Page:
Tuesday, March 20, 2012

The New Tax Initiative and UC Funding

There have been a few big changes on the tax initiative front the last few days. As many of you might know, a deal has been made to combine the Millionaire’s Tax and the Governor’s tax initiative. I will list the details of the new initiative below, and in many ways, it is an improvement over the governor's initial proposal, but unlike the Millionaire's Tax, it does not dedicate revenue for higher education. So we are currently meeting with legislators to put new language into the state budget to dedicate funds to higher ed. It is important to stress that we were told by legislators that even if the Millionaire's Tax provided money for higher ed, the legislature would still have to reduce higher ed funding to balance the budget, so we think the new initiative might turn out to be better for the UC system. We will now have to work together to push the legislature and the governor to re-fund higher ed.

We met with the governor’s budget people and several legislators on March 19th to push for budget language that would increase transparency and funding for the UC system. If all goes well, tuition will be frozen for three years, and the state will increase its contribution to the UC system by at least 4% each year.

Here’s a description of the new initiative:

a. 1% increase on incomes of $250,000 ($500,000 for couples). No change from Governor’s initiative.
b. 2% increase on incomes of $300,000 ($600,000 for couples). Governor’s initiative was 1.5%.
c. 3% increase on incomes of $500,000 ($1 million for couples). Governor’s initiative was 2%.
d. These tax increases remain in place for 7 years. Governor’s initiative was 5 years.
2. SALES TAX: increase ¼ cent (Governor’s was ½ cent). Same expiration as the Governor’s.
3. STRUCTURE: The measure will be based on the Governor’s initiative structure, with the changes noted in #1 and #2 above.
4. REVENUES (NOTE: THESE ESTIMATES ARE PRELIMINARY): This new measure will generate about $9 billion for the 2012-13 budget (up from the $6.9 billion in the Governor’s initiative).

Also, there will be additional comments in statements from the principals about re-investing in higher education as a priority. (Not to mention the fact that the new measure will generate higher revenues.)

We need to pressure the legislature and governor to dedicate funds to higher education in the May Revise budget.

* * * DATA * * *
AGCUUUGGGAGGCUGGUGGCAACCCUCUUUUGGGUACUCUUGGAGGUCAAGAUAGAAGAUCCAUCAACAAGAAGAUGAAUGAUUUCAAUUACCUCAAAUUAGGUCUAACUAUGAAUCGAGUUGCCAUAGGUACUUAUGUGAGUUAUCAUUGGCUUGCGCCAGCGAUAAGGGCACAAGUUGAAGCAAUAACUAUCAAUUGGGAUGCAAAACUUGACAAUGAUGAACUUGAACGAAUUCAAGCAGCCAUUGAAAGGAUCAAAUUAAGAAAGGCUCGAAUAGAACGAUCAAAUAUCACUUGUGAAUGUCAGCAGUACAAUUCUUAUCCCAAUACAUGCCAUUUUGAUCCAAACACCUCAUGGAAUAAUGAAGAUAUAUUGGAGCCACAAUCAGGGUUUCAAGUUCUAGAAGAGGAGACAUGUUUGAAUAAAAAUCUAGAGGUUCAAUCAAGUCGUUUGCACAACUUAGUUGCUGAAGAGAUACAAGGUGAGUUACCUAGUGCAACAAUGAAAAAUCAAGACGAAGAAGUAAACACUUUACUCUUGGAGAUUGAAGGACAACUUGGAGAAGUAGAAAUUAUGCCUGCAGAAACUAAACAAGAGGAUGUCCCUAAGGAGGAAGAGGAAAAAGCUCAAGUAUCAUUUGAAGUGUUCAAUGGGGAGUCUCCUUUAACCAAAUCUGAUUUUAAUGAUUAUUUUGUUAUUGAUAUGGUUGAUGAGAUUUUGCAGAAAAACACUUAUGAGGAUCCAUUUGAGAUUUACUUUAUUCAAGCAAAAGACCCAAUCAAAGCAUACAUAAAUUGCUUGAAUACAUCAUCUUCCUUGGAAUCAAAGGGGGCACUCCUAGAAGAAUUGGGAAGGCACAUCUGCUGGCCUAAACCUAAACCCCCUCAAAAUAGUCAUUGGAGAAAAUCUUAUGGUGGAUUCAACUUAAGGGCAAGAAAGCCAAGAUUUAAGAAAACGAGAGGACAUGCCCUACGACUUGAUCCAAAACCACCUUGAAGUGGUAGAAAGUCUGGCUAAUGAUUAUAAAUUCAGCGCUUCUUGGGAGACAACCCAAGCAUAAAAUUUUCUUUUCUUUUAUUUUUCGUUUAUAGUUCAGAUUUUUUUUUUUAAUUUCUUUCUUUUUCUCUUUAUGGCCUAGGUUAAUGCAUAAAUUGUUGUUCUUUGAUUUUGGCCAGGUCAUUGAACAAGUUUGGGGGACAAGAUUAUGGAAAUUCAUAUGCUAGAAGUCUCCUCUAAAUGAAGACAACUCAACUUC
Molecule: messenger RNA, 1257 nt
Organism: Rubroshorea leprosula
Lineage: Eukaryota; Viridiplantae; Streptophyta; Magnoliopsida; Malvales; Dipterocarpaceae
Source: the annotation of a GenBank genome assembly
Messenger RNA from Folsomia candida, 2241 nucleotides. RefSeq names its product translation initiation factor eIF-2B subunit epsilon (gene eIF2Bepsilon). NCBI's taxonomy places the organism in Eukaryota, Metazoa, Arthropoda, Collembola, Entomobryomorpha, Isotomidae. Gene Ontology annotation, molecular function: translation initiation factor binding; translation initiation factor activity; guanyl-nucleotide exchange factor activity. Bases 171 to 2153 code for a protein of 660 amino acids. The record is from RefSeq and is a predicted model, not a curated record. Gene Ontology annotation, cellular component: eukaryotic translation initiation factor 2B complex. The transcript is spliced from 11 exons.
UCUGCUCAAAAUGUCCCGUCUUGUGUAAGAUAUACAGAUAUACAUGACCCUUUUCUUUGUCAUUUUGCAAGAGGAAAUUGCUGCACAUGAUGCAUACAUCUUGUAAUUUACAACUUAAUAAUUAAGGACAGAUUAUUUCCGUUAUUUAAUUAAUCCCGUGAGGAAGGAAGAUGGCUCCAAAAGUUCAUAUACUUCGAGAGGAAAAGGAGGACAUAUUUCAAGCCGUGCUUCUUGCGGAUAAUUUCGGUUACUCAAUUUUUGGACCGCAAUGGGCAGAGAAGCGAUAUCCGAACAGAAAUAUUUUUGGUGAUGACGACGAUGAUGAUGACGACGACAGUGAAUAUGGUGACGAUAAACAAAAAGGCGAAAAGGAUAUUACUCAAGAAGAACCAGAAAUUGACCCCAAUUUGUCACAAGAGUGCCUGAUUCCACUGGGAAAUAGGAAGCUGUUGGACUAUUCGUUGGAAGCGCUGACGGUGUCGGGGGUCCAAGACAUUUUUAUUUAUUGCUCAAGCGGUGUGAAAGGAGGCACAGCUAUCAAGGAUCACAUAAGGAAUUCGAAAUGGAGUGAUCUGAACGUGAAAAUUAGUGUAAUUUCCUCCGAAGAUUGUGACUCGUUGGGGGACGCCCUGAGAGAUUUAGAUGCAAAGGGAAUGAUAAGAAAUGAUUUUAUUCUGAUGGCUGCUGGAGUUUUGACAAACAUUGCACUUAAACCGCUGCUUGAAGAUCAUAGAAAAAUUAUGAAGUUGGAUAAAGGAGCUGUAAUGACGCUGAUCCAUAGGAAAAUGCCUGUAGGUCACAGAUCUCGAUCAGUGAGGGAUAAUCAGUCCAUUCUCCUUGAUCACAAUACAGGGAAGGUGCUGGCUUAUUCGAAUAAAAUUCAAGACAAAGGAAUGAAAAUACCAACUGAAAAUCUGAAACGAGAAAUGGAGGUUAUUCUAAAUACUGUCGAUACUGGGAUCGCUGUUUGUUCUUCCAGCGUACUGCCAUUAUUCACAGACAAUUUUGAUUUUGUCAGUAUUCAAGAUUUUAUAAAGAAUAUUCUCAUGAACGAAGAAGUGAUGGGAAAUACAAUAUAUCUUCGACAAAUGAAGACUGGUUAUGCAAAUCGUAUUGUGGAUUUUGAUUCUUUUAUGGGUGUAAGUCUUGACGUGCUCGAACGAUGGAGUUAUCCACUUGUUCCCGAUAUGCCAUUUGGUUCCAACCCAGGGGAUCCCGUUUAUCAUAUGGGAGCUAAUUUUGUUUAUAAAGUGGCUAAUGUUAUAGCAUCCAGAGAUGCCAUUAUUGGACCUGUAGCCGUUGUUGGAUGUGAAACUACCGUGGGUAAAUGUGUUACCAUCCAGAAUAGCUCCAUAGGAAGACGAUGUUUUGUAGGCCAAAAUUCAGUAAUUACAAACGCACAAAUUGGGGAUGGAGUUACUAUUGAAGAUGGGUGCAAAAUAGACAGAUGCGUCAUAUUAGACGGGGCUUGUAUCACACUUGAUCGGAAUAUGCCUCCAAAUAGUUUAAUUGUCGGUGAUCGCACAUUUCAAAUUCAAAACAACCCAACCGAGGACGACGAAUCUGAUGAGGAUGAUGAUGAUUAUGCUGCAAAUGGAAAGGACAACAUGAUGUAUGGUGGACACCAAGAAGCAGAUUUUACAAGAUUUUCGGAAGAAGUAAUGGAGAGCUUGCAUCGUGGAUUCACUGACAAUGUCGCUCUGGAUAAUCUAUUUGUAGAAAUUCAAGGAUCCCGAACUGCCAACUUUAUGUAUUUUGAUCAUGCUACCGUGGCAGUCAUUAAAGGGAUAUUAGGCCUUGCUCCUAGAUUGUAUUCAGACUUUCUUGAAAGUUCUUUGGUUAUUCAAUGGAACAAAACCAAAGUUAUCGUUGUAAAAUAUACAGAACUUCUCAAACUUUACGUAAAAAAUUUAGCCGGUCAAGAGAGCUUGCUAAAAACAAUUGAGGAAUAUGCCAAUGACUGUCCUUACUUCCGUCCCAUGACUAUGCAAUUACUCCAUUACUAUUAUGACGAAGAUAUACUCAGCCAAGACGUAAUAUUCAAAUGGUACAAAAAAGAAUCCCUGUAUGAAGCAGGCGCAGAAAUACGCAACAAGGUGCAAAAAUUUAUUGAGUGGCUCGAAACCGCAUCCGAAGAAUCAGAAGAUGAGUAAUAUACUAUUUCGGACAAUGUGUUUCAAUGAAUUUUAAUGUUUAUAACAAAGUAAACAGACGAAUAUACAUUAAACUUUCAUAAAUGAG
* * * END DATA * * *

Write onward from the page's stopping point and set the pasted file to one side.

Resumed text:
Monday, March 12, 2012

Off-Scale Salaries and the Privatization of the University

While most studies of university compensation look at average salaries, I have stressed that we need to examine wage inequalities. For instance, in the case of UC senate faculty, we have seen a growing disparity between the top earners and everyone else. A recent study of faculty compensation helps us to see that a major cause for this increased disparity is the use of off-scale salaries, which are usually negotiated between an administrator and an individual faculty member. This privatizing system not only creates a system of competing free agents, but it also decreases transparency by circumventing the peer review process.

The Academic Council’s report shows how the use of off-scale salaries varies from campus to campus; here is the percentage of professors with off-scale salaries on each campus: Merced 88%; UCLA 80%; Santa Cruz 73%; Berkeley 72%; Irvine 66%; Santa Barbara 66%; San Diego 64%; Riverside 59%; and Davis 52%. The fact that Merced is so high could point to the recent move to hire most professors off scale. Currently, in the system, “91% of assistant professors are hired off-scale, 94% of associate professors, and 80% of full professors. On average, 89% of new hires were off-scale.”

While some argue that this need for off-scale salaries is due to the faulty nature of the current professorial salary scale, others believe that by keeping the scale low, administrators and individual faculty members are able to justify making secret, private deals. In response to these issues, the Academic Council wants to create a new system, which would: “Maintain funding for merit actions based on existing merit and CAP review processes, such that faculty who advance to a new rank and/or step receive a new salary at least equal to the average of campus colleagues at the same rank and step.” Thus, instead of relying on off-scale salary negotiations, this new system would combine the current merit system with a new way of making sure that all faculty of the same rank would have similar salaries.